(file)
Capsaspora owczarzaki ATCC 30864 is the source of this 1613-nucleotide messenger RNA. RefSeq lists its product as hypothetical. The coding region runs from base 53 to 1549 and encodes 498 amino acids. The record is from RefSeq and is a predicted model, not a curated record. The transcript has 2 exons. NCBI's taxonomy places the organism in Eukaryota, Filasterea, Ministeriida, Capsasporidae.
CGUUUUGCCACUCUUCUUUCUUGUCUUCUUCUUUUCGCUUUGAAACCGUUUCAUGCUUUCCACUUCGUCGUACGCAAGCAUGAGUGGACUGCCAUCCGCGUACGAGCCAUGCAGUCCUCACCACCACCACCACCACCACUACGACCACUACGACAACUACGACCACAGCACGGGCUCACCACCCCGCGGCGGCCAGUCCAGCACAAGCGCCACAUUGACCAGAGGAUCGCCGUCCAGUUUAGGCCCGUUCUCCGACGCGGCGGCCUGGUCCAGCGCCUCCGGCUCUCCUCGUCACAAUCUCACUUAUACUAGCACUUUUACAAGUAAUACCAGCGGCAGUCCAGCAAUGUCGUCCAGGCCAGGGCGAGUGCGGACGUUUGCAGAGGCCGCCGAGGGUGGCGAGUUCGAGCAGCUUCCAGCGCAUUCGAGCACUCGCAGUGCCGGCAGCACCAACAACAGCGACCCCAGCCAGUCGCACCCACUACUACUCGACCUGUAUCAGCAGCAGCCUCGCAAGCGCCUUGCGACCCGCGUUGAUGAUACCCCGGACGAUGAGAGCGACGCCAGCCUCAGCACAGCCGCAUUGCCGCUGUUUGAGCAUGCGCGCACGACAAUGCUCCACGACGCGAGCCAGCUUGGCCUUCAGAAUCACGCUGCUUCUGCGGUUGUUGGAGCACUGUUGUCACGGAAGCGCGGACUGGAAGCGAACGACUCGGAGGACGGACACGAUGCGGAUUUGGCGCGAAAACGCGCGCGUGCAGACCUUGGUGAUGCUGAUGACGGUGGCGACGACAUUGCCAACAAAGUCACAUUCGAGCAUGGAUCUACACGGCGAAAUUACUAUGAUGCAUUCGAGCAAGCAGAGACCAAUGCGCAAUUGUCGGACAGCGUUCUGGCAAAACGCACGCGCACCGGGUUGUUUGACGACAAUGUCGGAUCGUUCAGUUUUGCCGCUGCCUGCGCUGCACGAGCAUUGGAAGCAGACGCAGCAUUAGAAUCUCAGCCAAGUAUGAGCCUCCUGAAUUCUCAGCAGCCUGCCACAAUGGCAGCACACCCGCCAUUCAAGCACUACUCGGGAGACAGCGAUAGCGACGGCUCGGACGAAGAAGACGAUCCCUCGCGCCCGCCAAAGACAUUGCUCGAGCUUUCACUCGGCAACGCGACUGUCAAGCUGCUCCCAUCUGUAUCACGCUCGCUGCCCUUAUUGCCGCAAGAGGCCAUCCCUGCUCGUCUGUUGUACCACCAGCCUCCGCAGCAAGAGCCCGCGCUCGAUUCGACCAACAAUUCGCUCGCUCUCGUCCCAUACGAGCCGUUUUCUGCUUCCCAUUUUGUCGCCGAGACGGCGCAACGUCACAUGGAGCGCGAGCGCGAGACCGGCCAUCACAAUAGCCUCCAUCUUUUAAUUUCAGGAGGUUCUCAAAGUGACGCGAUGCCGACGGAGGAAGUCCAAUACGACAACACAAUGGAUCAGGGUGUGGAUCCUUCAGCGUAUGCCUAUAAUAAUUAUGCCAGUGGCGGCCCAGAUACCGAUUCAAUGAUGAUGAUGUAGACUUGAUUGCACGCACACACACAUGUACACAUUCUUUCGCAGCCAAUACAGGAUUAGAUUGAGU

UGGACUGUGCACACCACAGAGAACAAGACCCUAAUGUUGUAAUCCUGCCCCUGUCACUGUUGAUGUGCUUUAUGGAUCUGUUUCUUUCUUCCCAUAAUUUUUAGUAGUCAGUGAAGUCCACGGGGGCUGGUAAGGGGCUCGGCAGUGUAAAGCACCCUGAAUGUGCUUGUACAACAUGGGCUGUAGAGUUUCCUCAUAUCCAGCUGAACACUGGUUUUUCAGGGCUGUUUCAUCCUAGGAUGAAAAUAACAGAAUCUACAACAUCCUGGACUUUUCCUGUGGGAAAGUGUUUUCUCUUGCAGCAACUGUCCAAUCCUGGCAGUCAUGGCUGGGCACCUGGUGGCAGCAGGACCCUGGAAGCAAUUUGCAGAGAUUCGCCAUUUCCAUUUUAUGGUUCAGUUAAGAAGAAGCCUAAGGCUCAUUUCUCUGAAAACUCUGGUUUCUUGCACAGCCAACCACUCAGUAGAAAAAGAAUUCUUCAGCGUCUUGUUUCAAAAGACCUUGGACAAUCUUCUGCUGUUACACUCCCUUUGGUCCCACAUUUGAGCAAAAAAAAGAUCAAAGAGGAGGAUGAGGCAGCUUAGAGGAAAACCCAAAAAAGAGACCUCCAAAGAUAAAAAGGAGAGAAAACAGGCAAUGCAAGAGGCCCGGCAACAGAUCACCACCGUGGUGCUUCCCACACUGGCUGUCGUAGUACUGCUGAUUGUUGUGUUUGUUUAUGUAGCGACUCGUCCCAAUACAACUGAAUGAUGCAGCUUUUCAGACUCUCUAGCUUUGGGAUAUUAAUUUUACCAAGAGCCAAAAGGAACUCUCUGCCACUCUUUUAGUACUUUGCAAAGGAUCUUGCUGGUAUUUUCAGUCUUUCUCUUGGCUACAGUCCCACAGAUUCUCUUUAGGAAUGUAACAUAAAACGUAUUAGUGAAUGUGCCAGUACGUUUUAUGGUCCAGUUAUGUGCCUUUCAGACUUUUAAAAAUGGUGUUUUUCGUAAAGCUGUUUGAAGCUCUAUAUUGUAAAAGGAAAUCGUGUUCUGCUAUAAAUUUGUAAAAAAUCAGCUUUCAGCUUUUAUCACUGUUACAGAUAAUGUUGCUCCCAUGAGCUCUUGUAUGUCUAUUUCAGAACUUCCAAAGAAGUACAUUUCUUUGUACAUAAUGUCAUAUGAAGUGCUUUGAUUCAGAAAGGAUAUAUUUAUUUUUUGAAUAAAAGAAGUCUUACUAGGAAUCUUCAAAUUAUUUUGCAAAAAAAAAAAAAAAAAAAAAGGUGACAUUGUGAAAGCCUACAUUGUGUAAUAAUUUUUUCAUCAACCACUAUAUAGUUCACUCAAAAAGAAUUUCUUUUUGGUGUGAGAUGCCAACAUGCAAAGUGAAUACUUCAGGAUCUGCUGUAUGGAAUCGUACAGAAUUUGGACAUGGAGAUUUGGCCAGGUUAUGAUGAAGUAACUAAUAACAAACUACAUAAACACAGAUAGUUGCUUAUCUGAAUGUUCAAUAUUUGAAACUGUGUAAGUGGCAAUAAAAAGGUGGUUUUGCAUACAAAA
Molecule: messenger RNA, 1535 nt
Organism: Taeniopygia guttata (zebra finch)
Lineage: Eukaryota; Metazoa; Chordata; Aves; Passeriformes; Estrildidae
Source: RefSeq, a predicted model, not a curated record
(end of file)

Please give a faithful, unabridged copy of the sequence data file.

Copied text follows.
Capsaspora owczarzaki ATCC 30864 is the source of this 1613-nucleotide messenger RNA. RefSeq lists its product as hypothetical. The coding region runs from base 53 to 1549 and encodes 498 amino acids. The record is from RefSeq and is a predicted model, not a curated record. The transcript has 2 exons. NCBI's taxonomy places the organism in Eukaryota, Filasterea, Ministeriida, Capsasporidae.
CGUUUUGCCACUCUUCUUUCUUGUCUUCUUCUUUUCGCUUUGAAACCGUUUCAUGCUUUCCACUUCGUCGUACGCAAGCAUGAGUGGACUGCCAUCCGCGUACGAGCCAUGCAGUCCUCACCACCACCACCACCACCACUACGACCACUACGACAACUACGACCACAGCACGGGCUCACCACCCCGCGGCGGCCAGUCCAGCACAAGCGCCACAUUGACCAGAGGAUCGCCGUCCAGUUUAGGCCCGUUCUCCGACGCGGCGGCCUGGUCCAGCGCCUCCGGCUCUCCUCGUCACAAUCUCACUUAUACUAGCACUUUUACAAGUAAUACCAGCGGCAGUCCAGCAAUGUCGUCCAGGCCAGGGCGAGUGCGGACGUUUGCAGAGGCCGCCGAGGGUGGCGAGUUCGAGCAGCUUCCAGCGCAUUCGAGCACUCGCAGUGCCGGCAGCACCAACAACAGCGACCCCAGCCAGUCGCACCCACUACUACUCGACCUGUAUCAGCAGCAGCCUCGCAAGCGCCUUGCGACCCGCGUUGAUGAUACCCCGGACGAUGAGAGCGACGCCAGCCUCAGCACAGCCGCAUUGCCGCUGUUUGAGCAUGCGCGCACGACAAUGCUCCACGACGCGAGCCAGCUUGGCCUUCAGAAUCACGCUGCUUCUGCGGUUGUUGGAGCACUGUUGUCACGGAAGCGCGGACUGGAAGCGAACGACUCGGAGGACGGACACGAUGCGGAUUUGGCGCGAAAACGCGCGCGUGCAGACCUUGGUGAUGCUGAUGACGGUGGCGACGACAUUGCCAACAAAGUCACAUUCGAGCAUGGAUCUACACGGCGAAAUUACUAUGAUGCAUUCGAGCAAGCAGAGACCAAUGCGCAAUUGUCGGACAGCGUUCUGGCAAAACGCACGCGCACCGGGUUGUUUGACGACAAUGUCGGAUCGUUCAGUUUUGCCGCUGCCUGCGCUGCACGAGCAUUGGAAGCAGACGCAGCAUUAGAAUCUCAGCCAAGUAUGAGCCUCCUGAAUUCUCAGCAGCCUGCCACAAUGGCAGCACACCCGCCAUUCAAGCACUACUCGGGAGACAGCGAUAGCGACGGCUCGGACGAAGAAGACGAUCCCUCGCGCCCGCCAAAGACAUUGCUCGAGCUUUCACUCGGCAACGCGACUGUCAAGCUGCUCCCAUCUGUAUCACGCUCGCUGCCCUUAUUGCCGCAAGAGGCCAUCCCUGCUCGUCUGUUGUACCACCAGCCUCCGCAGCAAGAGCCCGCGCUCGAUUCGACCAACAAUUCGCUCGCUCUCGUCCCAUACGAGCCGUUUUCUGCUUCCCAUUUUGUCGCCGAGACGGCGCAACGUCACAUGGAGCGCGAGCGCGAGACCGGCCAUCACAAUAGCCUCCAUCUUUUAAUUUCAGGAGGUUCUCAAAGUGACGCGAUGCCGACGGAGGAAGUCCAAUACGACAACACAAUGGAUCAGGGUGUGGAUCCUUCAGCGUAUGCCUAUAAUAAUUAUGCCAGUGGCGGCCCAGAUACCGAUUCAAUGAUGAUGAUGUAGACUUGAUUGCACGCACACACACAUGUACACAUUCUUUCGCAGCCAAUACAGGAUUAGAUUGAGU

UGGACUGUGCACACCACAGAGAACAAGACCCUAAUGUUGUAAUCCUGCCCCUGUCACUGUUGAUGUGCUUUAUGGAUCUGUUUCUUUCUUCCCAUAAUUUUUAGUAGUCAGUGAAGUCCACGGGGGCUGGUAAGGGGCUCGGCAGUGUAAAGCACCCUGAAUGUGCUUGUACAACAUGGGCUGUAGAGUUUCCUCAUAUCCAGCUGAACACUGGUUUUUCAGGGCUGUUUCAUCCUAGGAUGAAAAUAACAGAAUCUACAACAUCCUGGACUUUUCCUGUGGGAAAGUGUUUUCUCUUGCAGCAACUGUCCAAUCCUGGCAGUCAUGGCUGGGCACCUGGUGGCAGCAGGACCCUGGAAGCAAUUUGCAGAGAUUCGCCAUUUCCAUUUUAUGGUUCAGUUAAGAAGAAGCCUAAGGCUCAUUUCUCUGAAAACUCUGGUUUCUUGCACAGCCAACCACUCAGUAGAAAAAGAAUUCUUCAGCGUCUUGUUUCAAAAGACCUUGGACAAUCUUCUGCUGUUACACUCCCUUUGGUCCCACAUUUGAGCAAAAAAAAGAUCAAAGAGGAGGAUGAGGCAGCUUAGAGGAAAACCCAAAAAAGAGACCUCCAAAGAUAAAAAGGAGAGAAAACAGGCAAUGCAAGAGGCCCGGCAACAGAUCACCACCGUGGUGCUUCCCACACUGGCUGUCGUAGUACUGCUGAUUGUUGUGUUUGUUUAUGUAGCGACUCGUCCCAAUACAACUGAAUGAUGCAGCUUUUCAGACUCUCUAGCUUUGGGAUAUUAAUUUUACCAAGAGCCAAAAGGAACUCUCUGCCACUCUUUUAGUACUUUGCAAAGGAUCUUGCUGGUAUUUUCAGUCUUUCUCUUGGCUACAGUCCCACAGAUUCUCUUUAGGAAUGUAACAUAAAACGUAUUAGUGAAUGUGCCAGUACGUUUUAUGGUCCAGUUAUGUGCCUUUCAGACUUUUAAAAAUGGUGUUUUUCGUAAAGCUGUUUGAAGCUCUAUAUUGUAAAAGGAAAUCGUGUUCUGCUAUAAAUUUGUAAAAAAUCAGCUUUCAGCUUUUAUCACUGUUACAGAUAAUGUUGCUCCCAUGAGCUCUUGUAUGUCUAUUUCAGAACUUCCAAAGAAGUACAUUUCUUUGUACAUAAUGUCAUAUGAAGUGCUUUGAUUCAGAAAGGAUAUAUUUAUUUUUUGAAUAAAAGAAGUCUUACUAGGAAUCUUCAAAUUAUUUUGCAAAAAAAAAAAAAAAAAAAAAGGUGACAUUGUGAAAGCCUACAUUGUGUAAUAAUUUUUUCAUCAACCACUAUAUAGUUCACUCAAAAAGAAUUUCUUUUUGGUGUGAGAUGCCAACAUGCAAAGUGAAUACUUCAGGAUCUGCUGUAUGGAAUCGUACAGAAUUUGGACAUGGAGAUUUGGCCAGGUUAUGAUGAAGUAACUAAUAACAAACUACAUAAACACAGAUAGUUGCUUAUCUGAAUGUUCAAUAUUUGAAACUGUGUAAGUGGCAAUAAAAAGGUGGUUUUGCAUACAAAA
Molecule: messenger RNA, 1535 nt
Organism: Taeniopygia guttata (zebra finch)
Lineage: Eukaryota; Metazoa; Chordata; Aves; Passeriformes; Estrildidae
Source: RefSeq, a predicted model, not a curated record